The result of this was that I came close to getting a horrible mark in the class for never participating. Since I didn’t want that, I changed my habits about halfway through the term and participated as needed. I even found that participating made me more engaged in the class, rather than just waiting for it to end.

The thing I see over and over again in a science or mathematics class now that I am out of secondary school and into higher education is the lack of participation in class. And I know it’s not because the students aren’t listening or are bored. Rather, no one participates because we are scared to be wrong. Almost every time a professor asks a question in my classes, they are met with silence, because we never want to answer a question and be wrong. I’m definitely a part of this group, and I struggle with this all the time.

Rationally, there’s no better place to be wrong than when giving answers to teachers. If the teacher is doing their job correctly, a mistake in an answer is an opportunity to expand someone’s mind and teach them a way to think. Done wrong, it makes a student feel unwelcome to share their answers again, most likely closing the door on future participation. I feel this all the time in class, and it’s why I don’t answer all that often. However, I’d almost wager that I am one of the most frequent contributors, showing just how infrequent we participate in class.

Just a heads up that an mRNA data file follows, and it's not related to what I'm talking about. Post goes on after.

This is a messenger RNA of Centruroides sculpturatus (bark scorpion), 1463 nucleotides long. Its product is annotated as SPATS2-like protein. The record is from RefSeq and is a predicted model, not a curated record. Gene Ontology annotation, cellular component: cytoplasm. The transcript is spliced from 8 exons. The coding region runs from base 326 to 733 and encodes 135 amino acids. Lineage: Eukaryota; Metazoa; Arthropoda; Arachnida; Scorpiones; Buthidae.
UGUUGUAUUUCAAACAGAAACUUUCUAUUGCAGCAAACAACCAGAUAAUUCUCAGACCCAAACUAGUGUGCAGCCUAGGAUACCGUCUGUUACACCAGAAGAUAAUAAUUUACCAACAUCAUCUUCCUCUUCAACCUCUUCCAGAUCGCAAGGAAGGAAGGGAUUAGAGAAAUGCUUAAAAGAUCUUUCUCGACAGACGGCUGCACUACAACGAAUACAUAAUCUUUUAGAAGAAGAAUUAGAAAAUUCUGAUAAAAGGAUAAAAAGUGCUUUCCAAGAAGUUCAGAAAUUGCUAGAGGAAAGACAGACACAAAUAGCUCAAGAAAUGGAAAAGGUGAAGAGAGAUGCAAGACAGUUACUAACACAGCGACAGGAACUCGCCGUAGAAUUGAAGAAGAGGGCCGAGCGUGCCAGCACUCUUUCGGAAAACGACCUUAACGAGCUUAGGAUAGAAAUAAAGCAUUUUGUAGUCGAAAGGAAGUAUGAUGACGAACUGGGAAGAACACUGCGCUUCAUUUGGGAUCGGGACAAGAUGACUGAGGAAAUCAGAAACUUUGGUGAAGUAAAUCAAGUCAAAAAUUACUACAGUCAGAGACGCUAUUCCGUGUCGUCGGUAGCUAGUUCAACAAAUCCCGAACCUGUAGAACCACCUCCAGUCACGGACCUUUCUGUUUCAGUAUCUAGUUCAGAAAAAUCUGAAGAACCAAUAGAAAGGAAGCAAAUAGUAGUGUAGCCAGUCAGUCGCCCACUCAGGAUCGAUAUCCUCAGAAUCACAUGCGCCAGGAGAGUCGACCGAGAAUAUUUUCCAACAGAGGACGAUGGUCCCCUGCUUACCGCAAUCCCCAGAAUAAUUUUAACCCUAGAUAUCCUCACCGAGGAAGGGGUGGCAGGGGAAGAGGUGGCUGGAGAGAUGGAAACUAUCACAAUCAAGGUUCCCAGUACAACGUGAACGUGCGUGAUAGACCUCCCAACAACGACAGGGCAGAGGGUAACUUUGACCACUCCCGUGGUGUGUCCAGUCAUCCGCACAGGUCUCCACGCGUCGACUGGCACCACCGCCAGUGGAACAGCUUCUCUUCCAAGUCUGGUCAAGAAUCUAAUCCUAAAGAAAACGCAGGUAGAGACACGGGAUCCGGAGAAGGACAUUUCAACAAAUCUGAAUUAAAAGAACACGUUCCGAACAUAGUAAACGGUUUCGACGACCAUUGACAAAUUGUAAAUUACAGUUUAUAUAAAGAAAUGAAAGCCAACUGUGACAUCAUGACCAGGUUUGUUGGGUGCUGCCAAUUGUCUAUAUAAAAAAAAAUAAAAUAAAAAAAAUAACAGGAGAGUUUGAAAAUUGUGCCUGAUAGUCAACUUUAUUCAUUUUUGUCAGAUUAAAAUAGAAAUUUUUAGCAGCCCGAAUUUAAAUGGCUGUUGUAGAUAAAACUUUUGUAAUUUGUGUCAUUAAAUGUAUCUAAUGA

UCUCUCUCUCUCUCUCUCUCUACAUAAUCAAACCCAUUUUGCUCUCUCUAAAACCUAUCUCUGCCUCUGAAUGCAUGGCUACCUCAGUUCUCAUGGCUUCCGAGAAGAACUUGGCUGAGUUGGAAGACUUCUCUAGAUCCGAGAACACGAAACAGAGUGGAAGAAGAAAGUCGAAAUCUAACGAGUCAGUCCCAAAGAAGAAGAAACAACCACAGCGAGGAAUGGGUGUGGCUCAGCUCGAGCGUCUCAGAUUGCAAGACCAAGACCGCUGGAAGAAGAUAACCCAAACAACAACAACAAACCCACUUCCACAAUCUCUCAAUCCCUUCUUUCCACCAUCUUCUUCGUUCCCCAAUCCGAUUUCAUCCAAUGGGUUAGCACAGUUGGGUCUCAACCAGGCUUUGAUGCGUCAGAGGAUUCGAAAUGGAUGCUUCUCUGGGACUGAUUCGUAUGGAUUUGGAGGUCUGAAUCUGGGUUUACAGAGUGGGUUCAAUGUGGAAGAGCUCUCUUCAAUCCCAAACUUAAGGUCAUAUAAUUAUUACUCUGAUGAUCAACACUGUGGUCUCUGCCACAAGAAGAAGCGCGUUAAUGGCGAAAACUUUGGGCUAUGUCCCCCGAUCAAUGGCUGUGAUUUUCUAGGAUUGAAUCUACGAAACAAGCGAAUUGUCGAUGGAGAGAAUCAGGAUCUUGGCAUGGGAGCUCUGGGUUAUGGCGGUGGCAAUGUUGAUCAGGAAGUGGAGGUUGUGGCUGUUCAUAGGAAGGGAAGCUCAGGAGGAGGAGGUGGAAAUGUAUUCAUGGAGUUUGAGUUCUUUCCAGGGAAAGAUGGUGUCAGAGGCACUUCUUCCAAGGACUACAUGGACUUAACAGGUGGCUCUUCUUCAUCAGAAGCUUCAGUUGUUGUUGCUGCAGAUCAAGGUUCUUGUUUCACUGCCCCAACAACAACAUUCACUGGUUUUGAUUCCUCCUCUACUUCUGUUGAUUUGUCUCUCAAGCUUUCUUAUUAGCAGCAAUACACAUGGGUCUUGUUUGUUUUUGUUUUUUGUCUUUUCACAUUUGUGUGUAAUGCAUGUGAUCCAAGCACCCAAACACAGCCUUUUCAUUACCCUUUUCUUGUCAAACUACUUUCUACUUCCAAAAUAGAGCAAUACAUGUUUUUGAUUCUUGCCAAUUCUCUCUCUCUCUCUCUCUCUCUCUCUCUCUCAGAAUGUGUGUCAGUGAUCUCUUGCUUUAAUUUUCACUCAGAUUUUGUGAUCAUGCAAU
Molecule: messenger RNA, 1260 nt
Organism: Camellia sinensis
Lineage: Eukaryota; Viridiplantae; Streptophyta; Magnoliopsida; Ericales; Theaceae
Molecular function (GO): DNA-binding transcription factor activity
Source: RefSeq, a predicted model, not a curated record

Being on the other end of the situation, I know that it’s not a fun feeling when no one wants to answer the question you pose in class. As such, I struggle not answering in class. After all, it makes no difference if I get something wrong in class. Who cares if others think I’m an idiot for asking the question? Who cares if it’s obvious to everyone else, but not me?